Hugo De Stoop -- Chief Executive Officer and Interim Chief Financial Officer

Yeah, thank you. Well, I'm a little bit surprised by the question, because I hope that our capital structure, certainly the leverage when it's smart to book in mark-to-market that's very dangerous, of course, and capital allocation has been clearly communicated to the market. So we want to be between 40% and 50%.

Amit Mehrotra -- Deutsche Bank -- Analyst

Well, it's clear but, you said, you can do between dividends and share buybacks. I'm just trying to understand like, what does that mean to the end so to speak?

Hugo De Stoop -- Chief Executive Officer and Interim Chief Financial Officer

I think that well, when we speak to shareholders and then obviously we take the seat back home, we clearly see that people want us to return capital especially for this kind of business where the cash generation is just huge, when the market is high. So you take that home and then you decide what percentage you want to return to the market.

That's the first decision that we needed to take. Why do we take 80%? Well, relatively similar to the last time we did 80%, we told that with the depreciation policy that we have and the 20% that we reserved, we have enough to not only renew the fleet, but also to add more on an organic way. So that's the philosophy between behind the 80%. And we can be more generous when the market permits and we've demonstrated that in 2019.

As far as the choice between dividends and share buyback, I think it is pretty clear. You need to pay dividends. I mean there's a lot of people who are asking for the dividends. And then so let's say that this is 50% of the 80%, not 40%, but a real 50% of net profit that will probably always be returned as dividends. And then with the remaining 30%, we can probably play between share buybacks and dividends.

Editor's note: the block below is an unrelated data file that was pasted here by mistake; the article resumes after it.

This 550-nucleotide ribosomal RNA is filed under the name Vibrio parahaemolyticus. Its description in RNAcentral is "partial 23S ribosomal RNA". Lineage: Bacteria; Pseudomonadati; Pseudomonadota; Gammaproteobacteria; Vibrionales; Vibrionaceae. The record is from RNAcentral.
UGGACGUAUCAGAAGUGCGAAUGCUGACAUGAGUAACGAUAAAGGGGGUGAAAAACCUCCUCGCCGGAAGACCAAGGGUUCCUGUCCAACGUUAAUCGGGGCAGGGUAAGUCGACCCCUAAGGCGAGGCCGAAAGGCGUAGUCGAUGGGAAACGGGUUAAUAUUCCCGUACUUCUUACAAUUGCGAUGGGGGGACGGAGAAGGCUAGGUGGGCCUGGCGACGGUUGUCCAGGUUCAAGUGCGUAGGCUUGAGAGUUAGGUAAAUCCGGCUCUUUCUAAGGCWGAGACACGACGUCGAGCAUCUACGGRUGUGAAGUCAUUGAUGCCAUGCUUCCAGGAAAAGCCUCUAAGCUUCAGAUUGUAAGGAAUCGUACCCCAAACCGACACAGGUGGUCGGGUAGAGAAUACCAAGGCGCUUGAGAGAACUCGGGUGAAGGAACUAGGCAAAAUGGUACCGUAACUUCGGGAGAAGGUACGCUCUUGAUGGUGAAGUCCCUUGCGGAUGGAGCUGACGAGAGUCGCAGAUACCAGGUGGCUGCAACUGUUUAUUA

And as I just mentioned on an earlier question, I think when it comes to share buyback, you should not rush into a decision. I mean, you should not every time the share is we then you intervene. And the reason why you shouldn't do that is maybe something we didn't explain, simply because a lot of times you cannot do that. I mean, the full month of January we're in closed period.

So there's nothing we can do there. And so if the market anticipates you to overreact every time there is a weakness in share price, then when you don't do it, they're going to start wondering why you're not doing it immediately especially because in Belgium, we need to declare that within seven days.

So we are I think a very stable company. We're a group of people with a lot of experience out here. We've demonstrated when we do share buybacks, it's a real opportunity, it's really creating value for the shareholders. And we will continue to have that philosophy. So now we've been -- we've seen share price weakness for the last maybe 10 days or 10 sessions not even as matter of fact.

Let's see where the market takes us. Let's see how capital markets react to this virus and the continuous flow of news that we're going to receive and let's see what happens to the tanker market into the tanker values to really see where we are compared to the NAV. So it's all the kind of analogies that we are doing and in the meantime, people know that we're dedicated to return a certain amount of capital and a big portion of that capital will be dividends.

Amit Mehrotra -- Deutsche Bank -- Analyst

And Brian just to -- no I get it. And Brian, just to confirm the dividend that you're going to pay in May is going to reflect the first quarter plus what you just declared this morning for 2019, so you get like a double benefit in the month of May. Is that right?

Brian Gallagher -- Head of Investor Relations, Research & Communications

Correct.

Amit Mehrotra -- Deutsche Bank -- Analyst

Okay. Thanks, guys for answering my questions. I appreciate it.

Hugo De Stoop -- Chief Executive Officer and Interim Chief Financial Officer